PERRY — Two historically significant sites in the town of Perry have now been officially recognized by the recent placement of state markers.
Both sites are located on Suckerbrook Road, about 1.5 miles west of the village. Although the markers were originally delivered in the late autumn of 2019, installation was delayed, first by adverse winter weather and then the COVID-19 outbreak.
The markers were made possible by grants from the William G. Pomeroy Foundation. Due to continuing COVID concerns, no dedication ceremonies are being planned.
One marker designates the site of the first school in the town of Perry, located midway between the intersections of Bacon and Soper roads on the west side of Suckerbrook Road.
The original log school was erected during the winter of 1812-13. A similar structure was also constructed during this same period near the intersections of Gardeau and Water streets in what would become the village of Perry.
The West Perry School, however, was said to have opened first. Miss Ann Cutting of Warsaw was the teacher.
The log school housed students for many semesters before being replaced by a frame structure about 1840. That building was then extensively refurbished during the summer of 1885.
The school closed at the end of the 1949-50 school year due to centralization, ending its 138-year tenure.
A complete history of District No. 5 at West Perry, referred to as, “… one of the most important of the early schools, both as to scholarship and numbers,” was published in the July 2018 issue of Historical Wyoming.
The article details nearly 50 of the district’s former teachers. Copies are available at the Wyoming County Historian’s Office, 26 Linwood Ave. in Warsaw or by calling (585) 786-8818.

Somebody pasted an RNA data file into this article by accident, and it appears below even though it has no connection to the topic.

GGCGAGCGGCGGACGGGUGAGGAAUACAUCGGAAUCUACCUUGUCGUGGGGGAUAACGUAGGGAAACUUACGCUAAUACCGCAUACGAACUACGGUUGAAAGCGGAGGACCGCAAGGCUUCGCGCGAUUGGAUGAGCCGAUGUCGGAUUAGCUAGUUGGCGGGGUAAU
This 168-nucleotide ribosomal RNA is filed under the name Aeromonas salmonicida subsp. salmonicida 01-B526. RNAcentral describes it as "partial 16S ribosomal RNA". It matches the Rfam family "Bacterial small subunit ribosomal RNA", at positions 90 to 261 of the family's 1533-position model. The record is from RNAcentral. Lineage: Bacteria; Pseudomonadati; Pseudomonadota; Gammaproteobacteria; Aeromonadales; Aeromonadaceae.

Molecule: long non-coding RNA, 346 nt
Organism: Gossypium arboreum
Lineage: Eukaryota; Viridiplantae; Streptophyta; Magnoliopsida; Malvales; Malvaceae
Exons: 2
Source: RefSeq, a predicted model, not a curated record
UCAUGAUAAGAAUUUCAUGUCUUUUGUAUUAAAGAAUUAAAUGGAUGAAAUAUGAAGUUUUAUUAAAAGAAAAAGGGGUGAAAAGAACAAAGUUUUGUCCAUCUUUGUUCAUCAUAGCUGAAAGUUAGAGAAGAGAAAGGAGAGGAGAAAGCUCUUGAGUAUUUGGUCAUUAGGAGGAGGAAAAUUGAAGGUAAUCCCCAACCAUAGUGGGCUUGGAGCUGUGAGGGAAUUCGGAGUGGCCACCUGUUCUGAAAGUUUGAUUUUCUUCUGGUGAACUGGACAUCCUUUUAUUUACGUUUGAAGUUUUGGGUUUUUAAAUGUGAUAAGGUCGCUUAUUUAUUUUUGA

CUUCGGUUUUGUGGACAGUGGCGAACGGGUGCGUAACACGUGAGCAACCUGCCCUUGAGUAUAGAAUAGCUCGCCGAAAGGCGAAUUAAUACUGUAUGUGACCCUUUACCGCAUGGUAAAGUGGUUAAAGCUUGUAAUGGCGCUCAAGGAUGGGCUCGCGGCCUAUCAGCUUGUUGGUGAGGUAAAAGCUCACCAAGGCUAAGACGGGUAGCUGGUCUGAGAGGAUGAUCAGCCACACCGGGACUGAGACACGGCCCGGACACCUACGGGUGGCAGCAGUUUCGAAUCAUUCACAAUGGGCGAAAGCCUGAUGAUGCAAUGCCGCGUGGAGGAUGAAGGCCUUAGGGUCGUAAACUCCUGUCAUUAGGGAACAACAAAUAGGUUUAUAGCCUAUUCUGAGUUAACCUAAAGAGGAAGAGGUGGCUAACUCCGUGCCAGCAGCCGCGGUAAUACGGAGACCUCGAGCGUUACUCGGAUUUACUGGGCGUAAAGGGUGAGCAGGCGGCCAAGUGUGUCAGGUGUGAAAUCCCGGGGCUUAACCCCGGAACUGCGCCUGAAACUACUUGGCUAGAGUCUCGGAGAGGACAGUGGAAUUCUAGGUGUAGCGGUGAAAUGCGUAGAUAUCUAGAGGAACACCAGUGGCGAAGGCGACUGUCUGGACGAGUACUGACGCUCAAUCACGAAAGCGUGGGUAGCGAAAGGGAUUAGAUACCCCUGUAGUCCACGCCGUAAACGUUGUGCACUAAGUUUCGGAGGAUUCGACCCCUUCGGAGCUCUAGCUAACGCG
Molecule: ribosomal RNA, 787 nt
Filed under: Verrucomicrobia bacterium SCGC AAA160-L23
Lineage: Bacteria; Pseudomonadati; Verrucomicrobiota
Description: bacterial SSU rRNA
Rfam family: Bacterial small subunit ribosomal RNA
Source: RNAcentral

The second marker identifies the birthplace of nationally recognized artist Lemuel Maynard Wiles.
The site is located about a half-mile south of the former school at what is now 3412 Suckerbrook Rd. Only a much-later-vintage garage currently stands immediately adjacent to what was the Wiles homestead.
The house was demolished in June 2009. A woman who grew up in the house during the 1940s and 50s, recalls a mural, undoubtedly a creation of Lemuel, covering an upstairs bedroom wall.
Due to his stature, Wiles was unsuited for labor on his father Daniel’s West Perry farm. Therefore, early in life, he attended the Genesee Wesleyan Seminary in Lima, Livingston County, followed by the New York State Normal School in Albany.
His teaching career included the school at Smokey Hollow — now part of Letchworth State Park — and Strykersville, among other places. He founded his own “Select School for Boys,” in Buffalo and taught art in the Utica school system while also “having charge” of the Utica Library.
Always focusing on his true passion in life, Wiles himself studied art under the Hudson River School greats Francis Cropsey and William Hart. He opened his own studio in New York City during the mid-1860s.
Some years later, he was named director of the art school at Ingham University in Le Roy. He traveled extensively, painting scenes on the West Coast and Europe.
Wiles established a school of art at the University of Nashville, Tenn. in 1890. He founded his own Summer Art School on the west shore of Silver Lake that same year.
The sessions at Silver Lake lasted 17 years until curtailed by Wiles’ failing health. He died in 1905. The three-story school building itself was destroyed by fire in 1926.
Wiles would have attended the District No. 5 School at West Perry. Research has revealed that, in fact, his first art show was held on the school grounds.
Wiles displayed his works during recess behind a horse blanket on the rail fence that then enclosed the schoolyard. He charged two pins for admittance — apparently the going rate for local art shows of the period.
Gate traffic was brisk until the teacher discovered several of her female students were having difficulty keeping their dresses in place due to their appreciation of art. The show ended and gate receipts had to be refunded.
Late in life, in a letter from his home in New York City, Wiles voiced his love and longing for the familiar scenes of West Perry.
In December 1901 he wrote, “The New Year has come and gone, and yet alive I am, hoping and wishing, that once again I may hear the ‘bleating of the lamb’ amid the green fields of Silver Lake.”
Wiles’ stepbrother, David Stowell, would eventually come to own the farm next door at 3376 Suckerbrook Rd., along with the former Wiles property.
David’s son, Dr. Charles H. Stowell, became a well-known medical educator and author. He was also manager and treasurer of the J.C. Ayers Drug Company of Lowell, Mass.
Dr. Stowell donated the funds to construct the Stowell-Wiles Gallery addition to the Perry Public Library and provided several of Wiles’ works for exhibition.